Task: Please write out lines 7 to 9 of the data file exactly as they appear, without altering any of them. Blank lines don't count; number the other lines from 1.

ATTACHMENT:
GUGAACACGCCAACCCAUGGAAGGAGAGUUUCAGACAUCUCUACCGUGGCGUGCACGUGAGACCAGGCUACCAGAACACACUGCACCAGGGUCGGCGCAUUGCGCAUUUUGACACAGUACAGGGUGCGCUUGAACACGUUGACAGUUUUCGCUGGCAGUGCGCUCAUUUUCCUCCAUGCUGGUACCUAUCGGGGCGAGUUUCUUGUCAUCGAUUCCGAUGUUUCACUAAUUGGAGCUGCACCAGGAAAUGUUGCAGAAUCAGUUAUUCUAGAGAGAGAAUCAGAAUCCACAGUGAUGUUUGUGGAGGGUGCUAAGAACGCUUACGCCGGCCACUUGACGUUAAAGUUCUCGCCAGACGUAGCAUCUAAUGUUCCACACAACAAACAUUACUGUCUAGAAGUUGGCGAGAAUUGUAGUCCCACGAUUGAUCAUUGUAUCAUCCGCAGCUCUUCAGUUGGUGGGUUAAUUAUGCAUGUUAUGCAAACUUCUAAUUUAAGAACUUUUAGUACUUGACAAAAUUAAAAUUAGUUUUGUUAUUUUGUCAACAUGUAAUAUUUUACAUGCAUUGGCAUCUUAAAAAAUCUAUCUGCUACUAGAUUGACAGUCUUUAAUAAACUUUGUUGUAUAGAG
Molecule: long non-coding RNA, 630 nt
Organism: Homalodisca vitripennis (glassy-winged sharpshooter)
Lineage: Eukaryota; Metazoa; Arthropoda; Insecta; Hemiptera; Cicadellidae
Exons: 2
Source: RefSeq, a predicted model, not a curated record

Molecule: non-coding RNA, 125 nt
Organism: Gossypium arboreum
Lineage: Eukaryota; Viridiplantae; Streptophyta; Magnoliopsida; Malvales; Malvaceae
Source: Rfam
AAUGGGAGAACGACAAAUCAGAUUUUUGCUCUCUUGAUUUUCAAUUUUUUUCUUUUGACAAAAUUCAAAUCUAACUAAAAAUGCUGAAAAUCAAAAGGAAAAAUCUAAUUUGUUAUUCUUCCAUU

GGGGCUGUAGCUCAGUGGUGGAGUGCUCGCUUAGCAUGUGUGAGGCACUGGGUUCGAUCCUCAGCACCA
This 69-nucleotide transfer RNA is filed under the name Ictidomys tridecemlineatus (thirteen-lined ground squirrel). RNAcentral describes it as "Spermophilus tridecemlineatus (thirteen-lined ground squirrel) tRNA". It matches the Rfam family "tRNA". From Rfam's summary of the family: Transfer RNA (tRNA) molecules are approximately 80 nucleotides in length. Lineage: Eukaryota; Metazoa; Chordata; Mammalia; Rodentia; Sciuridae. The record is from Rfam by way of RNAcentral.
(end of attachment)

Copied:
Molecule: non-coding RNA, 125 nt
Organism: Gossypium arboreum
Lineage: Eukaryota; Viridiplantae; Streptophyta; Magnoliopsida; Malvales; Malvaceae